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The I Am Legend Detail That Has Fans Looking Twice At The Infected

Nearly everyone has a favorite post-apocalyptic story, but many of today's hottest franchises can trace their origins all the way back to the 1954 novel "I Am Legend" by Robert Matheson. 

Most of the influence of "I Am Legend" on pop culture has been indirect — the novel's so-called "vampires," for instance, are often credited with being the inspiration of the undead zombies we know today, since Matheson's work directly inspired George A. Romero's iconic "Night of the Living Dead" (per Far Out Magazine) — but there have been direct adaptations, including Vincent Price's "The Last Man on Earth" (1964), Charlton Heston's "The Omega Man" (1971), and the 2007 Will Smith vehicle, "I Am Legend."

Smith's "I Am Legend" follows Robert Neville (Will Smith) as he lives a life of solitude in New York City after a widespread pandemic destroys all life as he knows it. Very possibly the last man on Earth, Neville spends his time searching for a cure to the virus, which turns its victims into zombies — here, referred to as Darkseekers. Neville lives his days hunting wildlife in the streets of Times Square, hanging out with his dog, and capturing infected people and taking them back to his lab to test his cures on them in hopes of bringing them back to "normal."

With the vast number of zombie movies and post-apocalyptic films out there, it is easy to look at "I Am Legend" as a pretty straightforward narrative, particularly when compared to the definitively darker book that inspired it. However, what if we don't actually know the whole story of the infected?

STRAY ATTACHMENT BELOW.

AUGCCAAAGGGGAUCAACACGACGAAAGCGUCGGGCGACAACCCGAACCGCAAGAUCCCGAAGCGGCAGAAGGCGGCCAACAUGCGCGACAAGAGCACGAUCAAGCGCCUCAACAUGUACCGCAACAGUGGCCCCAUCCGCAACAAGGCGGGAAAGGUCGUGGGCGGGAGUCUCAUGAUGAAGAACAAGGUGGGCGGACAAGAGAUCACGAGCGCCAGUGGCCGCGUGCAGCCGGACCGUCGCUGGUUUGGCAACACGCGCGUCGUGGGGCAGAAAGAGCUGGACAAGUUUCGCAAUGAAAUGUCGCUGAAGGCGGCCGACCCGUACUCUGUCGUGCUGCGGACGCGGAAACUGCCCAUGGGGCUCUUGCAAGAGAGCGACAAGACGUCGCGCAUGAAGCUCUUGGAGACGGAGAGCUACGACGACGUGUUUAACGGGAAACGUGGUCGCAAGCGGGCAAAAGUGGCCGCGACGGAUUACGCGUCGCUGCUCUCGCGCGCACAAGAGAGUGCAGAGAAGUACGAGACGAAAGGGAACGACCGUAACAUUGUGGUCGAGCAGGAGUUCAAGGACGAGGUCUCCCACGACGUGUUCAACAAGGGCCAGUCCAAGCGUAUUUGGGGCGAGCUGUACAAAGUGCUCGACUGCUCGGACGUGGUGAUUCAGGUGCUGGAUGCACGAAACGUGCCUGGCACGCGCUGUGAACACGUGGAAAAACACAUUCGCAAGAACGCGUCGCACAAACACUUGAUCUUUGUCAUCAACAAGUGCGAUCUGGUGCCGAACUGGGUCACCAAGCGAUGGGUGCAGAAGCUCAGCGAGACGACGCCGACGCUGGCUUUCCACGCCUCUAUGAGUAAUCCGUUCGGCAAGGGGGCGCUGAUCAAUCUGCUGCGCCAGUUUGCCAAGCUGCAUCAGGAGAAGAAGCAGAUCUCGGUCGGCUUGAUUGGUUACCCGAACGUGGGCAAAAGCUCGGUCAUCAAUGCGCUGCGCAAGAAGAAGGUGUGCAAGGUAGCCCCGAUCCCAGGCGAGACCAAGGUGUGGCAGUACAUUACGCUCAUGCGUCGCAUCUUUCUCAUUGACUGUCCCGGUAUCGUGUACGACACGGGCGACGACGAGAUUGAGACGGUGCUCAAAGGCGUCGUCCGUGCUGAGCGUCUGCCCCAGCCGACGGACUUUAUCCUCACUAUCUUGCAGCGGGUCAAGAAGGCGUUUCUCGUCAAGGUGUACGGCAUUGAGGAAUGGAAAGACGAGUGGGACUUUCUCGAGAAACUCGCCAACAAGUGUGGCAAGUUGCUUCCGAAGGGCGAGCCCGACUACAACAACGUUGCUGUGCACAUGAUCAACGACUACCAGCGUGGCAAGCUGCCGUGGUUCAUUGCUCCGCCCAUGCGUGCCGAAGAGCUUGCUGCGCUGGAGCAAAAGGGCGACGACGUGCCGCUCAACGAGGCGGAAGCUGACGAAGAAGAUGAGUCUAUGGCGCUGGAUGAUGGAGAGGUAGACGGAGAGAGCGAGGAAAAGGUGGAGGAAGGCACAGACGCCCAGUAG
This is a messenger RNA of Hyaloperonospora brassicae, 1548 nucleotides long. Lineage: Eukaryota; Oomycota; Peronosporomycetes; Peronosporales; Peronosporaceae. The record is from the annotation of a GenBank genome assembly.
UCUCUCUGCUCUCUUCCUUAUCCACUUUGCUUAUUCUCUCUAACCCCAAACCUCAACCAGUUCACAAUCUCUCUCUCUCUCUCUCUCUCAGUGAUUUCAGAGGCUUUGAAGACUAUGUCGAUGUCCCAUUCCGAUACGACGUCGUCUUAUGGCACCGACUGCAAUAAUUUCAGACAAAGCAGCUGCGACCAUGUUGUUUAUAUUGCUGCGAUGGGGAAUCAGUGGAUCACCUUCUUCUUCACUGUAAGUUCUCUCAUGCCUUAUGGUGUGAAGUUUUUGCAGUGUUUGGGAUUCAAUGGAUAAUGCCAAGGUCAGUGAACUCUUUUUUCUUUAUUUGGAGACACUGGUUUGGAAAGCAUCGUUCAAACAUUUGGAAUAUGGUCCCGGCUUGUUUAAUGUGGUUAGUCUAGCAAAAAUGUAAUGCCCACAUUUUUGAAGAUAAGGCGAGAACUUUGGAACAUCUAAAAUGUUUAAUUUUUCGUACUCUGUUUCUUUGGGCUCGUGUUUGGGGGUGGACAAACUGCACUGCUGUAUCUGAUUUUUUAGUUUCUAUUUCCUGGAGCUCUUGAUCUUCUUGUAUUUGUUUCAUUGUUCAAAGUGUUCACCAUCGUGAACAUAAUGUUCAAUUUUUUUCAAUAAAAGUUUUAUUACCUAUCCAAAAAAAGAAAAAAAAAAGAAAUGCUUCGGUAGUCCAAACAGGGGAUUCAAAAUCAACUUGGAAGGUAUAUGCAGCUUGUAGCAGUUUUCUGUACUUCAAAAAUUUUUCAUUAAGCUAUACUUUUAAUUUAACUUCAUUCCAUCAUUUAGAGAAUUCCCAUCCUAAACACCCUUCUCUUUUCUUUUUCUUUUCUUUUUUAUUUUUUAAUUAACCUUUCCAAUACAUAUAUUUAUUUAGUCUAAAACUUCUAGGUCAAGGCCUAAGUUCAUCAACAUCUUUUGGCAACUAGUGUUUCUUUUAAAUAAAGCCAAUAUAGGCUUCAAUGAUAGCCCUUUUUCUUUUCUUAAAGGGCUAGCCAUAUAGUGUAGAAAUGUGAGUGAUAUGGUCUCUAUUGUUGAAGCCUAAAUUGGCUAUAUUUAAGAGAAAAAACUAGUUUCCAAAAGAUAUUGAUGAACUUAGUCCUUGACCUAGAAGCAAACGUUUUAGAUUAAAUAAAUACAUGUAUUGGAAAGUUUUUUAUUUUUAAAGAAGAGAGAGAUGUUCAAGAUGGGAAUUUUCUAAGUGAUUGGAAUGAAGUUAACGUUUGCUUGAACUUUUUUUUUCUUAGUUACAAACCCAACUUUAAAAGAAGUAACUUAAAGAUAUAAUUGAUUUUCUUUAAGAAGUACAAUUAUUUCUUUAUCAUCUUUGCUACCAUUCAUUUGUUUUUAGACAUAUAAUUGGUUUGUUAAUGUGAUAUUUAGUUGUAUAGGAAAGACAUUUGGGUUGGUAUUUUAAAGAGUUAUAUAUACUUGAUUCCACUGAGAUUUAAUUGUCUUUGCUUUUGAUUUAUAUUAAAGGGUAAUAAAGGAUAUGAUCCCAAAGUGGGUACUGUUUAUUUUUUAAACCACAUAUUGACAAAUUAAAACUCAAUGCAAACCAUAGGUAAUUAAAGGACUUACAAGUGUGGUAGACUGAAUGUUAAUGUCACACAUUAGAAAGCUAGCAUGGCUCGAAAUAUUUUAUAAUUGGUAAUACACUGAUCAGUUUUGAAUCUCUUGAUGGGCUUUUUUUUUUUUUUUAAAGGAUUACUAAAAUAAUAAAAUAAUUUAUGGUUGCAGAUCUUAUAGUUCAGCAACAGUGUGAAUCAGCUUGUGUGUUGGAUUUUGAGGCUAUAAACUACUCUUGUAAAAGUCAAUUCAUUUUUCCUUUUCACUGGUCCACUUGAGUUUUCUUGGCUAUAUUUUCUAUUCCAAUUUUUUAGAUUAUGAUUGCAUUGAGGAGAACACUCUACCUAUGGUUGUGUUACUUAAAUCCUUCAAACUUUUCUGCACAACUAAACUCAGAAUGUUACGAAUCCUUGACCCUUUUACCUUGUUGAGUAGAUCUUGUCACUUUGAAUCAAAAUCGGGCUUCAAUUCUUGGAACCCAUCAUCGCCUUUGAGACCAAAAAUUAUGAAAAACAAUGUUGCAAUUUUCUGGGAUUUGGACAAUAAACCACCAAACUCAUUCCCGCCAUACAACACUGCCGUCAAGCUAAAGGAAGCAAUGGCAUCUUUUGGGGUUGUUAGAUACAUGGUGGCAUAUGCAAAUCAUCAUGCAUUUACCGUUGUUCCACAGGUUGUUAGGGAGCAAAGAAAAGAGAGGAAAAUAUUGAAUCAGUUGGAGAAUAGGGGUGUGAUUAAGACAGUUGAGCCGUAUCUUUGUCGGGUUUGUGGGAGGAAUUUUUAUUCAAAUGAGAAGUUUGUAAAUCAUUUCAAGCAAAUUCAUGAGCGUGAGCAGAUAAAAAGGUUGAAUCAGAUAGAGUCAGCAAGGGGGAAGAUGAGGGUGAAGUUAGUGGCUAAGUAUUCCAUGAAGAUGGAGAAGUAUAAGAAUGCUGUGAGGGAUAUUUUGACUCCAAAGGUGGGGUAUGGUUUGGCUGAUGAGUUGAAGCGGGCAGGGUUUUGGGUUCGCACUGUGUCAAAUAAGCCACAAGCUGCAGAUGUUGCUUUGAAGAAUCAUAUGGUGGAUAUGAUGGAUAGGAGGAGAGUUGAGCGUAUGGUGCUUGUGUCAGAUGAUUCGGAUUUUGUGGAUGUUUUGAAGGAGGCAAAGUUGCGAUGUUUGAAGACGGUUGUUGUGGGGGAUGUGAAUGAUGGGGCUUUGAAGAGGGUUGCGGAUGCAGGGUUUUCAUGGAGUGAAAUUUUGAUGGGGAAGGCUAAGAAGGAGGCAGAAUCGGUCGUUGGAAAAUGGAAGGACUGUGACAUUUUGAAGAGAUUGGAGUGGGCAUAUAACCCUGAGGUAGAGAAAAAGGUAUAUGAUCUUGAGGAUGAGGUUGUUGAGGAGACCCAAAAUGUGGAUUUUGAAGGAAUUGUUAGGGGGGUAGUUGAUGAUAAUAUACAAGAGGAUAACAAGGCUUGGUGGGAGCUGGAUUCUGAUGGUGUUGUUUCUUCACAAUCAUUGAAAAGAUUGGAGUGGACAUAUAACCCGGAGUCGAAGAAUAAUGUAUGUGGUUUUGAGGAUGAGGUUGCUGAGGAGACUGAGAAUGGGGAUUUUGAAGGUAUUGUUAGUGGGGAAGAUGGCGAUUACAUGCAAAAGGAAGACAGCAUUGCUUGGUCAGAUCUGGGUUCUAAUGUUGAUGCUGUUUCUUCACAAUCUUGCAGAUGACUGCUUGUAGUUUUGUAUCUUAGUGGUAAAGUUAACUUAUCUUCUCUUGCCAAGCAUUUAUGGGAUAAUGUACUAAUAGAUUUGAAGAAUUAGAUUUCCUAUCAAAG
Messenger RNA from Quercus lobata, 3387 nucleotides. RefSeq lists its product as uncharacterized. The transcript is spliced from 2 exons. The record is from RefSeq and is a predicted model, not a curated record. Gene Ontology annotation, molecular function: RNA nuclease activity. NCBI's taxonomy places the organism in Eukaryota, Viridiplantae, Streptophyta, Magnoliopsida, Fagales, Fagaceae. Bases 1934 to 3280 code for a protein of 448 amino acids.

A recent theory circulating online suggests that there is a detail we missed about the creatures, raising the question of whether we have misunderstood the film for the last 15 years.

Neville was the true villain

The film seemingly sets up the Darkseekers as the villains, with Neville locking himself in his home at night, listening to the terrifying sounds of them feeding outside his fortified door. He is careful not to enter dark buildings during the day, knowing that is where they sleep to avoid the sun. The film even gives Neville a primary antagonist, via an alpha male (Dash Mihok) who plays a big role in the climax

But what if Neville is the villain? 

Reddit user u/J_Schermie posits that the movie gives us all the evidence we need to see that Neville was not only the bad guy, but the infected were afraid of him. Essentially, the Darkseekers have formed their own society, which Neville is so prejudiced against (due to being so connected to the pre-pandemic human society that he lost) that he doesn't realize they're trying to go about their lives, watching him fearfully as he rolls around blaring music and attacking them whenever they cross paths. As the user points out, "After he sets his trap, we see the one infected guy get super-pissed, exposing himself to sunlight just so he can glare at the doctor." Furthermore, based on the Darkseekers observing Neville, they probably knew where his home was the whole time — and only acted aggressively when he took captive the alpha male's lover.

This theory actually makes the movie line up closer to the unforgettable ending of Matheson's book, as pointed out by another Redditor: "Basically he realizes that they're not actually mindless, and that he himself is the monster of the story that's been hunting and killing these people." 

Unlike many internet theories, this hypothesis holds serious weight, and makes the movie far more powerful than it initially seems.